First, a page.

Pilot Study of Sequence of Segmental Contributions in the Lower Cervical Spine During Active Extension and Flexion: Healthy Controls Versus Cervical Degenerative Disc Disease Patients

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Abstract

Study Design.

A retrospective study in which, first, a definition of normal movement in the cervical spine is formulated. Second, use of this definition in differentiating between normal and abnormal movement of the cervical spine is evaluated.

Objective.

To formulate a clear definition of the normal sequence of segmental contributions in the cervical spine during flexion/extension, and to evaluate the sensitivity, specificity, and reliability of sequence of segmental contributions analysis in differentiating between normal and abnormal movement of the cervical spine in healthy controls and patients with cervical degenerative disc disease (CDDD).

Summary of Background Data.

To study mobility before and after cervical arthroplasty, segmental range of motion (sROM) is most commonly used. Analysis of sequence of segmental contributions during flexion and/or extension might be more suitable.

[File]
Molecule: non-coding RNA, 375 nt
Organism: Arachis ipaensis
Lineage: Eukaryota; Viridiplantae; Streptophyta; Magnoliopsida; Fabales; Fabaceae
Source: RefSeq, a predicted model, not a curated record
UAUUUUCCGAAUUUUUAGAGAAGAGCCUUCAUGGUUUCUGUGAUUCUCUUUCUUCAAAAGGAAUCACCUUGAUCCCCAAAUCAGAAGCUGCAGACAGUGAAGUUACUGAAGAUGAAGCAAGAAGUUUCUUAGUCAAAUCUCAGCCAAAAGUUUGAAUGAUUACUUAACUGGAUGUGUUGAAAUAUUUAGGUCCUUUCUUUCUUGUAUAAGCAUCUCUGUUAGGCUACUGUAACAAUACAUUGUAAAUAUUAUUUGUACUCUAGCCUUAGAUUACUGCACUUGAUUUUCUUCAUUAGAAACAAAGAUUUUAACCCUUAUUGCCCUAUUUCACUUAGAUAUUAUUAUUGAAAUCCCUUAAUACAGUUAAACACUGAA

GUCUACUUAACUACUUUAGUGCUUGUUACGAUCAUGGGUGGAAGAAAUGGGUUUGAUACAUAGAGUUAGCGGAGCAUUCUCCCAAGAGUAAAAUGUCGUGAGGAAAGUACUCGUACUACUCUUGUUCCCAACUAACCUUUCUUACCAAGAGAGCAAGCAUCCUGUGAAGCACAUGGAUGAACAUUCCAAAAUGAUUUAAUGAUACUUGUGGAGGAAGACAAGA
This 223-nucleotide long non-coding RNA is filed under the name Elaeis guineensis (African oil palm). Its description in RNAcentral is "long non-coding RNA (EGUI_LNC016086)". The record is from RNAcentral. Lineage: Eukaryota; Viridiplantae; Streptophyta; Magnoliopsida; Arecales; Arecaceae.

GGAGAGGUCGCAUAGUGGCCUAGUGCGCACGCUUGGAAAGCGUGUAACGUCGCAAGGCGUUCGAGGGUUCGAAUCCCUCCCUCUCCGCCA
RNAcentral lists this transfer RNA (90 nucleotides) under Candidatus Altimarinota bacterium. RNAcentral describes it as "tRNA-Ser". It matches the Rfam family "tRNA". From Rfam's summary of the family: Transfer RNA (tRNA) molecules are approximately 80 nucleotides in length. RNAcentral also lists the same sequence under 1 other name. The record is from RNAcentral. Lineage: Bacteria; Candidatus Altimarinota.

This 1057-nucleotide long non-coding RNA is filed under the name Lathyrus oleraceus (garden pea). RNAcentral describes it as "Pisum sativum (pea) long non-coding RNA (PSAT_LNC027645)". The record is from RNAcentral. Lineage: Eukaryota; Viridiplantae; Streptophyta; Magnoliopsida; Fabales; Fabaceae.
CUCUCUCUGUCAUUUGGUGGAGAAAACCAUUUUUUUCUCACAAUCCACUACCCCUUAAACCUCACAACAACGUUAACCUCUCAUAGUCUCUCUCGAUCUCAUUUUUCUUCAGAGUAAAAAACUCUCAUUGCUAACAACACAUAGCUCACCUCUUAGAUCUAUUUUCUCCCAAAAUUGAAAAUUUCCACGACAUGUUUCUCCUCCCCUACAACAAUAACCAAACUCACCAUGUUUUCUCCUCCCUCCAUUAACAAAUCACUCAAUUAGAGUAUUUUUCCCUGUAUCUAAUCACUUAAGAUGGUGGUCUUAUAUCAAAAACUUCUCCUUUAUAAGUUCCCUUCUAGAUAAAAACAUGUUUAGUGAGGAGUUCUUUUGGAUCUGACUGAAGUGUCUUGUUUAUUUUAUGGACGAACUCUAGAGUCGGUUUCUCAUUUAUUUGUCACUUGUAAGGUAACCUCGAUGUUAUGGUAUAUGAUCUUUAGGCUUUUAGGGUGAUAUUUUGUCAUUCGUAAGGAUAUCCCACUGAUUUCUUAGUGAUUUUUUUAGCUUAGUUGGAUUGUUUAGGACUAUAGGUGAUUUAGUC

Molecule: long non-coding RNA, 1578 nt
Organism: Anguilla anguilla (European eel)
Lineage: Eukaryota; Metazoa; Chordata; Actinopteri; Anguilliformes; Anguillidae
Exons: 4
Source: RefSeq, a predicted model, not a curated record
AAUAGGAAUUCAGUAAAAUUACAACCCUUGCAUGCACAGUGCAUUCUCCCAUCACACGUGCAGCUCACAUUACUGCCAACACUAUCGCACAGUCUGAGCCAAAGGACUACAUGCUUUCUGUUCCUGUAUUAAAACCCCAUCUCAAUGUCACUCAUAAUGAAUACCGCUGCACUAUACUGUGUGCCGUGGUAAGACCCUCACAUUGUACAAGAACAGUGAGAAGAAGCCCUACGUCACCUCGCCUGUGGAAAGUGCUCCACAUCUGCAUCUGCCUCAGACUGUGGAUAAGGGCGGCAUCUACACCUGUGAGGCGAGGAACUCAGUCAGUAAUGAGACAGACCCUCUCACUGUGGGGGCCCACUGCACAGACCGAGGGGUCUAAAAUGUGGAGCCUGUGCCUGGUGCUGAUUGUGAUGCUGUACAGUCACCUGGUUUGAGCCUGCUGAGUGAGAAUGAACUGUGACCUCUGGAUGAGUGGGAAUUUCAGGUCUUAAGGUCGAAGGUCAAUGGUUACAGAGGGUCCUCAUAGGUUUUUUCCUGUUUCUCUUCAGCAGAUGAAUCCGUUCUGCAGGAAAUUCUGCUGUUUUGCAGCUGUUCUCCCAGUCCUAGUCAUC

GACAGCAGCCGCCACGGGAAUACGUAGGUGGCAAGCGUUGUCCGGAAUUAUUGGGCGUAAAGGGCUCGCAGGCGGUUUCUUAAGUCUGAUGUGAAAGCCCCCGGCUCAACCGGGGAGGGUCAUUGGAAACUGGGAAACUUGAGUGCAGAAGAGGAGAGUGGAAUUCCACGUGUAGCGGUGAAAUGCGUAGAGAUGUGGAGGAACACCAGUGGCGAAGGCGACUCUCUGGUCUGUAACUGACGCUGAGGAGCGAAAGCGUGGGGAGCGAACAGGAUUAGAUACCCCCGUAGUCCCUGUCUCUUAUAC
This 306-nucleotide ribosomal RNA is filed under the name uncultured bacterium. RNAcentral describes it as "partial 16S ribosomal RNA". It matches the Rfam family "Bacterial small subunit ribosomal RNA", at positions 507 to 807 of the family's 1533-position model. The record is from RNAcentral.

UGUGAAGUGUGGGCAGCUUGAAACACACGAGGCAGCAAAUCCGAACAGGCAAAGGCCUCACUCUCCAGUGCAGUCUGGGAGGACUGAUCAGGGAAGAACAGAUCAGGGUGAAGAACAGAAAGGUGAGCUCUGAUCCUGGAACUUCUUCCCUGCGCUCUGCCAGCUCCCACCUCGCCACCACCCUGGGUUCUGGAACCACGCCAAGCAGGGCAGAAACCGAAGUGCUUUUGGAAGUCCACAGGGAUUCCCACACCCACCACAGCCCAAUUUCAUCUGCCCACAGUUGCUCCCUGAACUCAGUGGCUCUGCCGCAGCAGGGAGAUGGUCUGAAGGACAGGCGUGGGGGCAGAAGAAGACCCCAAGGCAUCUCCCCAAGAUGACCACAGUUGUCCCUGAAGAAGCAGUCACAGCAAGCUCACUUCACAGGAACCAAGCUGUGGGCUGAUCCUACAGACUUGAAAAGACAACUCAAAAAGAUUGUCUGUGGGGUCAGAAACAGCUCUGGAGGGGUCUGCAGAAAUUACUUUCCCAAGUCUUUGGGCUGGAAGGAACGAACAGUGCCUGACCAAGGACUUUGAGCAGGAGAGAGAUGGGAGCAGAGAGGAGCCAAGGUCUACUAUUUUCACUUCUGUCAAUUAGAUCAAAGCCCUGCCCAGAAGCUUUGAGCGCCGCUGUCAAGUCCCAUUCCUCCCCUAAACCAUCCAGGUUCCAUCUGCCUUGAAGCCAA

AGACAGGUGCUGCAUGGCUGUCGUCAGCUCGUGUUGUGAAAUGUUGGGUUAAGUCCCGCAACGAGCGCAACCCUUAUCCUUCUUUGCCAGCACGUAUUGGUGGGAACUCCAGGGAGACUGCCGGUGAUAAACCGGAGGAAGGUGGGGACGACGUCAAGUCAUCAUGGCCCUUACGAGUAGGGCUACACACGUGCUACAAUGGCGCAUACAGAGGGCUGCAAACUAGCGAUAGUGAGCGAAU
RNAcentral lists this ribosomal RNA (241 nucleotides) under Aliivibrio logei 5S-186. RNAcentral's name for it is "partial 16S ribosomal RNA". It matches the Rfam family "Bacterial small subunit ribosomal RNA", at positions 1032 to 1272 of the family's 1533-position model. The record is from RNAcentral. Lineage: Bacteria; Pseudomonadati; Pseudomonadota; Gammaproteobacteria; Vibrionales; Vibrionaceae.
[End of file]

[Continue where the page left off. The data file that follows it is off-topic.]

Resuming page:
Methods.

The definition was formulated by analyzing flexion cinematographic recordings (FCRs) and extension cinematographic recordings (ECRs) in healthy controls. Sequences in ECRs were more consistent than in FCRs and were therefore used to define “normal” motion. Five blinded spine surgeons scored randomized graphs from ECRs in 20 healthy controls and 10 preoperative CDDD patients, using this definition, at three time points. Sensitivity, specificity, and reliability were calculated.

Results.

Reliability of scoring as normal or abnormal is high (Fleiss kappa of 0.80–0.84, 95% confidence interval, CI: 0.66–0.98), sensitivity and specificity are also high, with an average sensitivity of 90% (95% CI: 78.4–99.8%), and an average specificity of 85% (95% CI: 72.9–96.4%).

Conclusion.

This is the first described method that can reliably differentiate between normal or abnormal movement of the cervical spine in an individual subject. This enables an observer to determine if the normal sequence is restored after arthroplasty. In contrast to the given method, sROMs are not able to distinguish between healthy controls and CDDD patients.

Conclusion.

Level of Evidence: 2

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